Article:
Making Van Gogh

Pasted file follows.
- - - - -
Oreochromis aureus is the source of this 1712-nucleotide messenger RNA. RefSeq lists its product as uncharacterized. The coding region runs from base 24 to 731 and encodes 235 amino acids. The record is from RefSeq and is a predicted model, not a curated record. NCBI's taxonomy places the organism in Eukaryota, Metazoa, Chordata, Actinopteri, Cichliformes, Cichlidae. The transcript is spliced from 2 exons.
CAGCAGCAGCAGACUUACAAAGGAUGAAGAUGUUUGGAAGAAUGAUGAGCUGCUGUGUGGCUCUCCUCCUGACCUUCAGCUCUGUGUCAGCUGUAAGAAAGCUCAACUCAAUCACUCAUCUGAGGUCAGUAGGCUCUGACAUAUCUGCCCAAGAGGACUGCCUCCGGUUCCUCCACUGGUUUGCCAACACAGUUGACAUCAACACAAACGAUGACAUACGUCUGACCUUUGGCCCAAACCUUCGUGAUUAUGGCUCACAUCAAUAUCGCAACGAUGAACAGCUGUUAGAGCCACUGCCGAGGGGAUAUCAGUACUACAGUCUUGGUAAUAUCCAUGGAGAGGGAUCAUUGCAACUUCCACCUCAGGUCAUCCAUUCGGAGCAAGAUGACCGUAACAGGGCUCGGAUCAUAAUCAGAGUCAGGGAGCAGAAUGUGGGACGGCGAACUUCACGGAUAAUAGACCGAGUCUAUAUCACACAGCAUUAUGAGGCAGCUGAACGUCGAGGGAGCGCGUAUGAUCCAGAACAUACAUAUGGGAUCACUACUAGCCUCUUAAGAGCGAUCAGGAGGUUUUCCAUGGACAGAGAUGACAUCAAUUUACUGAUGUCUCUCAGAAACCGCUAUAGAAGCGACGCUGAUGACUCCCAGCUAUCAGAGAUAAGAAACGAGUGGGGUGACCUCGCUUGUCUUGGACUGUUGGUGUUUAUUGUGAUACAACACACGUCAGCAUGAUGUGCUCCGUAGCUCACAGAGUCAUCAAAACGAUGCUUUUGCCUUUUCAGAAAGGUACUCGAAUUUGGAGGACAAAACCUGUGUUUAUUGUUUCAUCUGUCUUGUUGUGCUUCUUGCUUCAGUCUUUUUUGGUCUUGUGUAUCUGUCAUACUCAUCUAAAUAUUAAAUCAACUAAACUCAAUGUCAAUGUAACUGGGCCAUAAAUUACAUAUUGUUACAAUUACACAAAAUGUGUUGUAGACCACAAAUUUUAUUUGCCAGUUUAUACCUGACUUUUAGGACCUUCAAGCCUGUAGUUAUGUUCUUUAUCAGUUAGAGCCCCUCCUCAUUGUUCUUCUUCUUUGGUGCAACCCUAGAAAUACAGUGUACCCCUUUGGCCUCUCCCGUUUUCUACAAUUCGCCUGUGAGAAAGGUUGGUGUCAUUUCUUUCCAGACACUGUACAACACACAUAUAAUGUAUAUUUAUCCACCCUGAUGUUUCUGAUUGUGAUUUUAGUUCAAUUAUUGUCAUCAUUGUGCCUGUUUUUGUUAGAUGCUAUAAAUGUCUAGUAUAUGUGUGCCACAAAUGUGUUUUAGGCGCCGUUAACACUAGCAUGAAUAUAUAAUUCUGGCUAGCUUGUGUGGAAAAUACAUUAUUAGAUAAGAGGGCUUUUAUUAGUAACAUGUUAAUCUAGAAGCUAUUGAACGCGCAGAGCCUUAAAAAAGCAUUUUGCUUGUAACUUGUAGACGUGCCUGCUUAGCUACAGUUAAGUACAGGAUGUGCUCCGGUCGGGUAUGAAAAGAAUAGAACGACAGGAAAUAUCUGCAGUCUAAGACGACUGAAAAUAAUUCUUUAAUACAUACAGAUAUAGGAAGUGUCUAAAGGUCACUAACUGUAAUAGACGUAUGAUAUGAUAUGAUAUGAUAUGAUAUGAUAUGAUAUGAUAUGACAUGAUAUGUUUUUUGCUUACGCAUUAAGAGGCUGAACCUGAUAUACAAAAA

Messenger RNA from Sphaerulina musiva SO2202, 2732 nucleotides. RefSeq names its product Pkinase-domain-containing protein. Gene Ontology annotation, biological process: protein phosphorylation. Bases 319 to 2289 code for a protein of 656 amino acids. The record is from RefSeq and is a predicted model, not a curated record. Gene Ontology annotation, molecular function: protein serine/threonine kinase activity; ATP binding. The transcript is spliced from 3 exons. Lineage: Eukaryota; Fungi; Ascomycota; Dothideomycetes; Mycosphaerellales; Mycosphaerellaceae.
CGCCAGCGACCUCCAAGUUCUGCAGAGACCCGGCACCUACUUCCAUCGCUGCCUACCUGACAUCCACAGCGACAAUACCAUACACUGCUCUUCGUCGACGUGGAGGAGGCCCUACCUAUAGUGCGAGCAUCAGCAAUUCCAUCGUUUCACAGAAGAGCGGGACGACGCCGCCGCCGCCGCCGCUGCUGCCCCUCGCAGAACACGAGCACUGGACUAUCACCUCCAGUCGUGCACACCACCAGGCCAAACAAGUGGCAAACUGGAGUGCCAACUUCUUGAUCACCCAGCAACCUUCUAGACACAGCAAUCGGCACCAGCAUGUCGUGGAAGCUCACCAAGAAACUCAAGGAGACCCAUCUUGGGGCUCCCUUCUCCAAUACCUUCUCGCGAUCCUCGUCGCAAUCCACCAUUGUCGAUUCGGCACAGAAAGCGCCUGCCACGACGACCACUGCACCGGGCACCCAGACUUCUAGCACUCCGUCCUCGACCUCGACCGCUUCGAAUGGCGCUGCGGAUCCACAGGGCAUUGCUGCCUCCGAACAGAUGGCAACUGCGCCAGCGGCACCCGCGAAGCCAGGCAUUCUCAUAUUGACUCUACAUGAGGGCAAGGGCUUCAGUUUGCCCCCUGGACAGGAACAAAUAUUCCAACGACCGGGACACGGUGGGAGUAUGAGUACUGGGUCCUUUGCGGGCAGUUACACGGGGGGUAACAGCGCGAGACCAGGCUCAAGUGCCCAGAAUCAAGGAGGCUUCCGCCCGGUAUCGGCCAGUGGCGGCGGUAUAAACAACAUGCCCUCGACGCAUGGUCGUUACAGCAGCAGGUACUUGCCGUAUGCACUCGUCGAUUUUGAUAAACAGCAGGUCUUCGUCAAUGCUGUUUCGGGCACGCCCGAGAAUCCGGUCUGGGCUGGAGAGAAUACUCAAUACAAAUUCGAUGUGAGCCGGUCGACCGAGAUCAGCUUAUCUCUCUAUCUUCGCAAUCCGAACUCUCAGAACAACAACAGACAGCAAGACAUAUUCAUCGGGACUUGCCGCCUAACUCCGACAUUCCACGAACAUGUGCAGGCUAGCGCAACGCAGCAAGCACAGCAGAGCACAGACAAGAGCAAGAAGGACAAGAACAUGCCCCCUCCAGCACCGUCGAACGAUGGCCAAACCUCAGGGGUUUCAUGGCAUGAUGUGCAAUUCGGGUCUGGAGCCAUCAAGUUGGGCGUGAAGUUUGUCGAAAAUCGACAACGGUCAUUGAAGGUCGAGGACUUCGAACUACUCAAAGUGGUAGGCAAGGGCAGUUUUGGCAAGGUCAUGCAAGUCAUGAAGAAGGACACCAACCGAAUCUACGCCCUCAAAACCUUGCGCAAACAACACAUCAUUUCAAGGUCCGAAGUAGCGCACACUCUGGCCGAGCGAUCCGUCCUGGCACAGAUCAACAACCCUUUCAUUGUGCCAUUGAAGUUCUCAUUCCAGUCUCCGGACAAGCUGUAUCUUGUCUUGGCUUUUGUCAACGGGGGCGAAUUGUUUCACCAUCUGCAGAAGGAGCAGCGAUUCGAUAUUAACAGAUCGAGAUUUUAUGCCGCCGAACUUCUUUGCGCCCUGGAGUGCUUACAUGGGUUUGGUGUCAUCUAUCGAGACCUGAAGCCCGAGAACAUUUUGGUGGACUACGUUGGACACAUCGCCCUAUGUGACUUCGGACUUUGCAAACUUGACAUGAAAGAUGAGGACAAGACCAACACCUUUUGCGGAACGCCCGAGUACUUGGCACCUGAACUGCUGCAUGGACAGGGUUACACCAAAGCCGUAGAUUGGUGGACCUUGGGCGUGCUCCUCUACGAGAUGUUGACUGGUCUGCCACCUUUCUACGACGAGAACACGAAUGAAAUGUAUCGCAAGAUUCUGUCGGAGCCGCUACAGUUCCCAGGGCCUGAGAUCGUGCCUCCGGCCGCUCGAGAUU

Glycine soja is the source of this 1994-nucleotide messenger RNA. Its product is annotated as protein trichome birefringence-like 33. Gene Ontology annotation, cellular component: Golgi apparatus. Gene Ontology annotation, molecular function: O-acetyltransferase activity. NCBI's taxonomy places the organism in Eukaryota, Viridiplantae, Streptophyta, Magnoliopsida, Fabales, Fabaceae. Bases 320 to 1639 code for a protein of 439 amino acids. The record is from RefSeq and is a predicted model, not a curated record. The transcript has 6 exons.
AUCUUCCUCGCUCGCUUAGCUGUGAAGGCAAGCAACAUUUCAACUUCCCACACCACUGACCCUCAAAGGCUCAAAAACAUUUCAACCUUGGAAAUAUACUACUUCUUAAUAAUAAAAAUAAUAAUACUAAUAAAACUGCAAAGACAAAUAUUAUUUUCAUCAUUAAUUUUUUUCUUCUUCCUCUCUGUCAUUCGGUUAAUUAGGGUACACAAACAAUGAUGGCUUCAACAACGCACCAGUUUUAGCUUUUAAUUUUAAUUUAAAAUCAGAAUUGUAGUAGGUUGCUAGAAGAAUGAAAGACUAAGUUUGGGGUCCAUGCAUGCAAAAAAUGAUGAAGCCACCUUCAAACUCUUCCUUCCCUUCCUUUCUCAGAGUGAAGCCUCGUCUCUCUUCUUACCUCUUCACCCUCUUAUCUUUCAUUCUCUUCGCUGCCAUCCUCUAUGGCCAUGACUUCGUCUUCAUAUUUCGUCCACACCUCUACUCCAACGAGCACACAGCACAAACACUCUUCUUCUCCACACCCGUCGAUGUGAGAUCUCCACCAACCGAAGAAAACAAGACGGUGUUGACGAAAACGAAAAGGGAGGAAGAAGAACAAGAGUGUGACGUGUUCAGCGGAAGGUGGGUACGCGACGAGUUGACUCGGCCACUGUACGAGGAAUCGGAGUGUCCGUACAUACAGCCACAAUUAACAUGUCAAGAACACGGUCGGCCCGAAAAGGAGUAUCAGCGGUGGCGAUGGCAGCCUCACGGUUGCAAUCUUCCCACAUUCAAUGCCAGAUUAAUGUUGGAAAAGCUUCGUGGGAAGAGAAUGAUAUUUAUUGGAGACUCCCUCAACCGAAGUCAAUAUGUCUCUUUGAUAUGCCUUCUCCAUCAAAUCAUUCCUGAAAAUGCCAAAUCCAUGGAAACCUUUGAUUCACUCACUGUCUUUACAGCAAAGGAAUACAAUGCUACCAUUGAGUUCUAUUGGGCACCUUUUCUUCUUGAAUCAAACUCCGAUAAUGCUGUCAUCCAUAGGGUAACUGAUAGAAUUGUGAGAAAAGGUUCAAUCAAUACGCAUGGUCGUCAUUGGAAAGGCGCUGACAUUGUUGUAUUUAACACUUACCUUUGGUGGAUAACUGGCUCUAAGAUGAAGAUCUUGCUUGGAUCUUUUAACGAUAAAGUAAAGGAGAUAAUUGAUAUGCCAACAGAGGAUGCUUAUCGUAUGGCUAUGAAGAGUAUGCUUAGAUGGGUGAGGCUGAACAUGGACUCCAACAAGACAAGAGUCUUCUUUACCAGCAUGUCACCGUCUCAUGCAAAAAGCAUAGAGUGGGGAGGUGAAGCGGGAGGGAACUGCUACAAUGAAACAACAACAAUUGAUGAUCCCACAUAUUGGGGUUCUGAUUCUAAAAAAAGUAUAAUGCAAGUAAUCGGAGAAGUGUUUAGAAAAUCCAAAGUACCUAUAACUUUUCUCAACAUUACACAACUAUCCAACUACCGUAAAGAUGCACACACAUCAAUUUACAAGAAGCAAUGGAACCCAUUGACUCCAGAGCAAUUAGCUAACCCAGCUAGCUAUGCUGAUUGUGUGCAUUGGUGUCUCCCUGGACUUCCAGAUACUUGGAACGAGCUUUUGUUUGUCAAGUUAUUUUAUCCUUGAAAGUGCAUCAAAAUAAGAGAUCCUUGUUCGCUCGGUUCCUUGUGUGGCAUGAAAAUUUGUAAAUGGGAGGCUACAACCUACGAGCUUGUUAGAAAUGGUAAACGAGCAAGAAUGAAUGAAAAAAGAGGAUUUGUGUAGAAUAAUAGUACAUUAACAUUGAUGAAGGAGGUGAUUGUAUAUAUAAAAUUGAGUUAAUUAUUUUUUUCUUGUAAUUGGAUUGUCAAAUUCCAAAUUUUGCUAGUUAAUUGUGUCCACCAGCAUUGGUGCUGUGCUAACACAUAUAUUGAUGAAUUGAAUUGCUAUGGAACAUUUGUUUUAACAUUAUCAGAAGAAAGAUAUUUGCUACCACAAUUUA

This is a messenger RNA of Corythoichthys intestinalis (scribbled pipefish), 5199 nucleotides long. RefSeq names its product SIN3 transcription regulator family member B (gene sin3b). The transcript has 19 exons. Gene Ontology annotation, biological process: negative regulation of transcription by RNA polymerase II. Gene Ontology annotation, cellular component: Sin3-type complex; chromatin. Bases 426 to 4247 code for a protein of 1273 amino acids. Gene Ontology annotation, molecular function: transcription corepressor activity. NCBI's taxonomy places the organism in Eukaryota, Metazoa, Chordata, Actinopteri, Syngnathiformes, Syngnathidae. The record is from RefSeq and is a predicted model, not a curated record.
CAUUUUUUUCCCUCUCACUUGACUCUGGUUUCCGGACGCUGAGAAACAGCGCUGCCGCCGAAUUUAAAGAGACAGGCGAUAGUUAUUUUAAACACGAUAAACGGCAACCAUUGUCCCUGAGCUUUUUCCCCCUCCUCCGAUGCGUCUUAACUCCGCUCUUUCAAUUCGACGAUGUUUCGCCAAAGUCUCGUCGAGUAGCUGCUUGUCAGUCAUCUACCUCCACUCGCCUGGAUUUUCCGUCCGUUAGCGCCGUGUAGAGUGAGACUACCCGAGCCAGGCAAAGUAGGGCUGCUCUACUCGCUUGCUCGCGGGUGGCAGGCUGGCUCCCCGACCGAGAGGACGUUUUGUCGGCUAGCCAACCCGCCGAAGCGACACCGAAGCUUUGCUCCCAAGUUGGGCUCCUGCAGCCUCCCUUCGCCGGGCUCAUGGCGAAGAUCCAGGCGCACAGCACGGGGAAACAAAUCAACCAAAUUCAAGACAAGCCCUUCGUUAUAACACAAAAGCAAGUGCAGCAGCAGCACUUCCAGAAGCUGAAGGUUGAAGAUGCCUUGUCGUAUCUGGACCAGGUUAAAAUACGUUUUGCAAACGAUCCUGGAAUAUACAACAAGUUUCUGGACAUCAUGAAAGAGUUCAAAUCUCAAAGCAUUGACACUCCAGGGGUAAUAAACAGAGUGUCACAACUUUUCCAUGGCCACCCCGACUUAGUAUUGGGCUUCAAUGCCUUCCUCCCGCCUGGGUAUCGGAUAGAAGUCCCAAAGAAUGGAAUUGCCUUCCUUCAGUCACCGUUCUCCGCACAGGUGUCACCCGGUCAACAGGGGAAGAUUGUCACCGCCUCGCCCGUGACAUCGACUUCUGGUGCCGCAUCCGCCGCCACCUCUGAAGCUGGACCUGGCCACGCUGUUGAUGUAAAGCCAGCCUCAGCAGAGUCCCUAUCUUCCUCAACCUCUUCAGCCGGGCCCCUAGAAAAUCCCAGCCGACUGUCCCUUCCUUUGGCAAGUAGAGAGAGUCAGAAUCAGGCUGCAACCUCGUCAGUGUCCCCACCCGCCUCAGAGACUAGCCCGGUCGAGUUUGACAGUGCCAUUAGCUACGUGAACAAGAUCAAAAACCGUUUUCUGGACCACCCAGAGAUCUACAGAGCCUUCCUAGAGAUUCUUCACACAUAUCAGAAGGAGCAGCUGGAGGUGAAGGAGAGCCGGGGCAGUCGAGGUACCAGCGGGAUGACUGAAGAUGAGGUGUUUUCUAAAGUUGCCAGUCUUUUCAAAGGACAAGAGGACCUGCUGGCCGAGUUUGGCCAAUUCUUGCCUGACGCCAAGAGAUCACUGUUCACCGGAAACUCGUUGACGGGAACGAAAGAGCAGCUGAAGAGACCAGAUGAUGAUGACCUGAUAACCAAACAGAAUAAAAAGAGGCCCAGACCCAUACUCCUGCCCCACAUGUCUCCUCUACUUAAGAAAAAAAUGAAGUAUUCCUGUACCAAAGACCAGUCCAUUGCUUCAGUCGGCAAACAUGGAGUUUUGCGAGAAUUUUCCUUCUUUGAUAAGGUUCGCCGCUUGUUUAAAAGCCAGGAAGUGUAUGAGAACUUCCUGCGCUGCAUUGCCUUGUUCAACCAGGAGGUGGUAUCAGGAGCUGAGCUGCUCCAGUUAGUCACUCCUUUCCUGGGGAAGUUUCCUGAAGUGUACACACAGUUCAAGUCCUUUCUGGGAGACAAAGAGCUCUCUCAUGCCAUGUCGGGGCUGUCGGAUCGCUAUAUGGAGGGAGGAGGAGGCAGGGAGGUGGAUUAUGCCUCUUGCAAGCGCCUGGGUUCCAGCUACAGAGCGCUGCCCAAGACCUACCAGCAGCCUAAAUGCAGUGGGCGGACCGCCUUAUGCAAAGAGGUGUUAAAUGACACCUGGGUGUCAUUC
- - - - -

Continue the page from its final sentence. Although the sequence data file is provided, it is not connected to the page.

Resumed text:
Van Gogh is dead, but Van Gogh’s people live. And how they live! They are Van-Goghing on all sides.” That is how Ferdinand Avenarius described Vincent van Gogh’s legacy in the magazine Der Kunstwart in 1910. Indeed, barely fifteen years after his death in 1890, Van Gogh was seen as one of the most important forerunners of modern painting. In Making Van Gogh, Alexander Eiling, Felix Krämer, and their contributors explore the oeuvre of Vincent van Gogh in the context of its reception, focusing particularly on the role which German gallerists, collectors, critics, and museums played in the story of his success. As this book shows, Van Gogh exerted a particular fascination at the beginning of the twentieth century, especially on young artists in Germany. Key pieces from each of Van Gogh’s creative phases are contrasted in the essays with works by Max Beckmann, Erich Heckel, Ernst Ludwig Kirchner, Paula Modersohn-Becker, Gabriele Münter, Karl Schmidt-Rottluff, and others, revealing both the influence the Dutch artist achieved after his death and the importance he had has as a role model for expressionist art.